This is disappointing for many of us - and we know it is for many of you as well. We would love to see DrupalCon North America move beyond the U.S. borders, however it will not happen until at least 2021.

In between now and our next location RFP, we will continue to look at models that might make this possible. As we explore these challenges and talk more with sponsors and cities, we will share with the community any progress or new challenges as they become relevant. We appreciate your passion on this topic and understand the concerns with hosting DrupalCon in the United States for another two (2) years, especially based in our current climate of travel restraints in to the U.S. We wish it were not difficult for our community to come together.

We appreciate everyone who took the time to participate in our surveys and were honest about their desires, motivations and realities of their travel to and participation in DrupalCon. We're excited seeing many of you in Nashville this week, and hope many of you will join us in 2019 for DrupalCon Gedfyuikemndjfkioiujhtrj - sorry, something has happened to my keyboard. ¯\_(ツ)_/¯

_________________________

We invite you to share thoughts in the comments section below on how you think DrupalCon 2019 and 2020 can help provide more opportunity for community members outside the United States to participate in the event - either through direct attendance or through virtual participation of some kind. What are your ideas?

File attachments:  Business in Canada.png Employer Fund International Travel.png WhoFunds.png Would you Sponsor.png

Facebook: Zuckerberg löschte seine Nachrichten aus den Posteingängen der Empfänger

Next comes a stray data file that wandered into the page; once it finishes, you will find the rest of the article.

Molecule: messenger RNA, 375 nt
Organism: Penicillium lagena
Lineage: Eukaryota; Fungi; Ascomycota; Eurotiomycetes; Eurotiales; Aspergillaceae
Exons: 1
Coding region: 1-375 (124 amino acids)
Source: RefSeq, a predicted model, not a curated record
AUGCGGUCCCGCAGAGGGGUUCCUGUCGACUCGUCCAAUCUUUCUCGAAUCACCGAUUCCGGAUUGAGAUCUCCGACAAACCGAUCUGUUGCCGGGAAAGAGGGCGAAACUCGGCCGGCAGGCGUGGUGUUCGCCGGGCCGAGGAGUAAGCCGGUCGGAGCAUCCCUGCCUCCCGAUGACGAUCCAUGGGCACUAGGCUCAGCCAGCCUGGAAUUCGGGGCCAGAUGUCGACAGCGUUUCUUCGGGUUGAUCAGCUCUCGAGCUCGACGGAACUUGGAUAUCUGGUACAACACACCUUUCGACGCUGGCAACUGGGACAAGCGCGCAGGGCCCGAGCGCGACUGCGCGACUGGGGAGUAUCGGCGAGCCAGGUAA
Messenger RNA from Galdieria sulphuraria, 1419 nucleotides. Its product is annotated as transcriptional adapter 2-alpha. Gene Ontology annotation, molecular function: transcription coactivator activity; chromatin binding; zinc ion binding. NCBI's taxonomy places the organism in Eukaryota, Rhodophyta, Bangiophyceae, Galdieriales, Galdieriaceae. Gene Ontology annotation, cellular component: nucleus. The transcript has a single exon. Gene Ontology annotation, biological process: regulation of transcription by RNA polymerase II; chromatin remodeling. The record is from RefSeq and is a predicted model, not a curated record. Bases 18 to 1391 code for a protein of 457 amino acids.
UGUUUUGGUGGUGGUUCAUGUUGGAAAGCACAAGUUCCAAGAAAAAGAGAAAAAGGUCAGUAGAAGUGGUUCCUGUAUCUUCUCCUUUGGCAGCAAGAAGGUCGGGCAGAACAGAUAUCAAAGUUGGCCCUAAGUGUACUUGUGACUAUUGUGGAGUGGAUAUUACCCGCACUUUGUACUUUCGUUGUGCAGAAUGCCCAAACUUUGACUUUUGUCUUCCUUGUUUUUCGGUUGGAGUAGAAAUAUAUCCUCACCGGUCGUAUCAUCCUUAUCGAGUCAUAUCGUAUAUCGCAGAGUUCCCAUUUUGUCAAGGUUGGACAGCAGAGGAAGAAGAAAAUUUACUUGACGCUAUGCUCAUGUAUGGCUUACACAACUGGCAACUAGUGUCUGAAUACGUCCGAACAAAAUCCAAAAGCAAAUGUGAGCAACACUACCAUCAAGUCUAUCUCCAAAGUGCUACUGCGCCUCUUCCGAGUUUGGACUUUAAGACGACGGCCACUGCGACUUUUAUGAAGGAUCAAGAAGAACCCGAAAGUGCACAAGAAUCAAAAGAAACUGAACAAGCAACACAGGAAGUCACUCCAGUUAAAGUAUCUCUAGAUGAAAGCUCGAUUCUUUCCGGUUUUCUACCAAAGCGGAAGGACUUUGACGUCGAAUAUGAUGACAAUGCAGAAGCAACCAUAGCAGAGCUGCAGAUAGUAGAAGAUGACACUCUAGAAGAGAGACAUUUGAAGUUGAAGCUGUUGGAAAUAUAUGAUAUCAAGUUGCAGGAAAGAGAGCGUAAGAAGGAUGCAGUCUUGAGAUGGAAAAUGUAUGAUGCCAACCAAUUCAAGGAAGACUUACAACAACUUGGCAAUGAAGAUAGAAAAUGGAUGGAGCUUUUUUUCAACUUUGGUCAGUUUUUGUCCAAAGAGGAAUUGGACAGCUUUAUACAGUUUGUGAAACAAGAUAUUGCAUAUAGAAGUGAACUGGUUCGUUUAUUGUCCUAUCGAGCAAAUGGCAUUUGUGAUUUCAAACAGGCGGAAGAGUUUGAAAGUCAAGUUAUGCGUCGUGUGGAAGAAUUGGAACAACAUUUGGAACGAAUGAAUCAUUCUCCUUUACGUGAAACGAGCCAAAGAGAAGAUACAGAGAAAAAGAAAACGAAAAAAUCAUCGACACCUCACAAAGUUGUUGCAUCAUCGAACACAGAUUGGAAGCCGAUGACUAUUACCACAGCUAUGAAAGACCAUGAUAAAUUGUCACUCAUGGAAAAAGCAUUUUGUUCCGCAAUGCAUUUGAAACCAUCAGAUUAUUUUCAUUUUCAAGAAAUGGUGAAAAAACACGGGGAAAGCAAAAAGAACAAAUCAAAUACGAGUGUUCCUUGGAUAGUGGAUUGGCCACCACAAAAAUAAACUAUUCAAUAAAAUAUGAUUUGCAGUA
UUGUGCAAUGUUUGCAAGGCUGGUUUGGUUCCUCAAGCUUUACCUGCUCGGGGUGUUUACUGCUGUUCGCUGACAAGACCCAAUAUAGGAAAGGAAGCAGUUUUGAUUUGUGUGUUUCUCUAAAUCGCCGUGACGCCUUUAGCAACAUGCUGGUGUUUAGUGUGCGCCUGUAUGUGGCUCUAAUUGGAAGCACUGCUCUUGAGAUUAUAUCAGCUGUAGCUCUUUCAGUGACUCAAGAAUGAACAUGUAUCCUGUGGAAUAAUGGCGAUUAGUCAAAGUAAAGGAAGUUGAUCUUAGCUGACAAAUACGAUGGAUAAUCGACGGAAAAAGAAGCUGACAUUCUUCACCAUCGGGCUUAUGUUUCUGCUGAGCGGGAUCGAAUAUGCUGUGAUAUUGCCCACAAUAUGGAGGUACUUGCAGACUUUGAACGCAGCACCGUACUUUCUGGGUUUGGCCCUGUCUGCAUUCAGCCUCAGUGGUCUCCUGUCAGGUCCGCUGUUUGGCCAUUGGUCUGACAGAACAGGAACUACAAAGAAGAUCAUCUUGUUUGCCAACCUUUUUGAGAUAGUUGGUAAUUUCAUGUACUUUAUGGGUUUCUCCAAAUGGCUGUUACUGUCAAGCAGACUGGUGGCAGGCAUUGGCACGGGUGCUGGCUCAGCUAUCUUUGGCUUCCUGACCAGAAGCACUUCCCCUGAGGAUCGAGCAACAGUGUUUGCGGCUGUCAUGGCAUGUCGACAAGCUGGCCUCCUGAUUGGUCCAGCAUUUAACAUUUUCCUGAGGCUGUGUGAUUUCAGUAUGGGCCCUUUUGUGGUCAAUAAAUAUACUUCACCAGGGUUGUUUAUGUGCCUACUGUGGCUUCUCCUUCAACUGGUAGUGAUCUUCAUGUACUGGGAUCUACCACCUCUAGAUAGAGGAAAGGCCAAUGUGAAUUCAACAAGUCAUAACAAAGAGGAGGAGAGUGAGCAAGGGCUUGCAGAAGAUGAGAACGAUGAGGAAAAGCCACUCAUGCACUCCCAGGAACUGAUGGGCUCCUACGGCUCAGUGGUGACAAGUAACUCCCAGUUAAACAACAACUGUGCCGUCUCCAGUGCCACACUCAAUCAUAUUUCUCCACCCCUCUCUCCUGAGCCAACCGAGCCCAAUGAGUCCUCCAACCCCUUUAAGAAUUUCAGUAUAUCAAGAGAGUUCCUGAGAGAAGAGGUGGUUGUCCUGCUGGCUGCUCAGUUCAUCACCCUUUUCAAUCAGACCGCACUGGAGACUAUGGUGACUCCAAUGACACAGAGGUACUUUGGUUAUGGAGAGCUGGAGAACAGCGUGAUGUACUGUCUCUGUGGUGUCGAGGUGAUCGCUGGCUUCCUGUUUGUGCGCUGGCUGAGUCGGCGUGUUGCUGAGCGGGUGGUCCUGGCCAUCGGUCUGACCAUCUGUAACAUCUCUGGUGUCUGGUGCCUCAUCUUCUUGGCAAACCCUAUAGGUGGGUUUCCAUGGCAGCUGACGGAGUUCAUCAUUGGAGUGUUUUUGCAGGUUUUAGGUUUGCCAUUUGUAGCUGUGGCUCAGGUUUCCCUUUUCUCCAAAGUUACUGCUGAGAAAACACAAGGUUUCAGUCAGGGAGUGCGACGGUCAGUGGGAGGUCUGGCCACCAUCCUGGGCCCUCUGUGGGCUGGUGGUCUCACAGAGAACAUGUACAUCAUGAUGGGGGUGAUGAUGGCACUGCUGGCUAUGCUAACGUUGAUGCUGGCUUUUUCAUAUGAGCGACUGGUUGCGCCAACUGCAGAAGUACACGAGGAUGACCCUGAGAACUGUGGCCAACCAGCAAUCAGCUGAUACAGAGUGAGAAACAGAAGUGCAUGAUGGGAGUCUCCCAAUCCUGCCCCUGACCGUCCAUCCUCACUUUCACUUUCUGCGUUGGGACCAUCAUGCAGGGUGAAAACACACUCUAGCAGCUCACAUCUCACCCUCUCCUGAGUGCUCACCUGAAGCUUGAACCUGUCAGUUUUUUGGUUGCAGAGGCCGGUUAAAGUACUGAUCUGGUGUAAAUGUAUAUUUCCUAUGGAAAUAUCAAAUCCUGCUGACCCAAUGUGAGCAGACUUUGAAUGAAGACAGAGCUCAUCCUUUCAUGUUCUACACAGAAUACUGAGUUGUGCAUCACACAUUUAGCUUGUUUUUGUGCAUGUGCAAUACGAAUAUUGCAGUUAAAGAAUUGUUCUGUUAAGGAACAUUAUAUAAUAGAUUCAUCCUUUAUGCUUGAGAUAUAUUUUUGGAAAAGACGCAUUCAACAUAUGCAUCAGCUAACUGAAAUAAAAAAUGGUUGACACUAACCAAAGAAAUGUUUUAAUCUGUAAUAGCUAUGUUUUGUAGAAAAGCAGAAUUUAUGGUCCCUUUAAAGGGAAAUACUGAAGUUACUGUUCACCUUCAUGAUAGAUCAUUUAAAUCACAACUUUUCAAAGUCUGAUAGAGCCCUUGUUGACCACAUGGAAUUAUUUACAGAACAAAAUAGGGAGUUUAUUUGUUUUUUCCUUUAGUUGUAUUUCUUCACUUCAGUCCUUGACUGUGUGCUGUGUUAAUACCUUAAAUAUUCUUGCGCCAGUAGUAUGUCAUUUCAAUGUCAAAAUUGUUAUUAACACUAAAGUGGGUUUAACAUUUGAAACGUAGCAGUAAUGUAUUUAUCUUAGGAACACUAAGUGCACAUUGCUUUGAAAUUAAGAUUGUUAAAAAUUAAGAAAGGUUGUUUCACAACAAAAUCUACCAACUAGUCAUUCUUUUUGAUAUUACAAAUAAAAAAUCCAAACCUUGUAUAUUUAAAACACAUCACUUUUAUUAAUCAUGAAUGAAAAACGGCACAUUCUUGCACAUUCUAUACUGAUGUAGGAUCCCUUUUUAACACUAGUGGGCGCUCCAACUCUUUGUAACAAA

heise online Newsticker - 10. April 2018 - 18:30
Mark Zuckerberg und einige Führungskräfte von Facebook haben gesendete Nachrichten aus den privaten Nachrichteneingängen der Empfänger gelöscht. Nachdem das bekannt wurde, kündigte das Unternehmen nun diese Funktion für alle an.

Cubot X18 Plus: 6 Zoll, Android 8 und Dual-Kamera ab 120 Euro

heise online Newsticker - 10. April 2018 - 18:00
Das Cubot X18 Plus scheint ein vielversprechendes und vor allem günstiges Smartphone zu sein. In China-Shops ist ab 120 Euro, direkt in Deutschland für um die 200 Euro zu bekommen. Was das Gerät sonst noch drauf hat, erklärt TechStage im Test.

Dries Buytaert: Defining Drupal's values and principles

Planet Drupal - 10. April 2018 - 17:47

Since its founding, Drupal has grown a great deal, and today there are thousands of contributors and organizations that make up our community. Over the course of seventeen years, we have spent a great amount of time and effort scaling our community. As a result, Drupal has evolved into one of the largest open source projects in the world.

Today, the Drupal project serves as a role model to many other open source projects; from our governance and funding models, to how we work together globally with thousands of contributors, to our 3,000+ person conferences. However, the work required to scale our community is a continuous process.

Prompted by feedback from the Drupal community, scaling Drupal will be a key focus for me throughout 2018. I have heard a lot of great ideas about how we can scale our community, in addition to improving how we all work together. Today, I wanted to start by better establishing Drupal's values and principles, as it is at the core of everything we do.

Remarkably, after all these years, our values (what guides these behaviors) and our principles (our most important behaviors) are still primarily communicated through word of mouth.

In recent years, various market trends and challenging community events have inspired a variety of changes in the Drupal community. It's in times like these that we need to rely on our values and principles the most. However, that is very difficult to do when our values and principles aren't properly documented.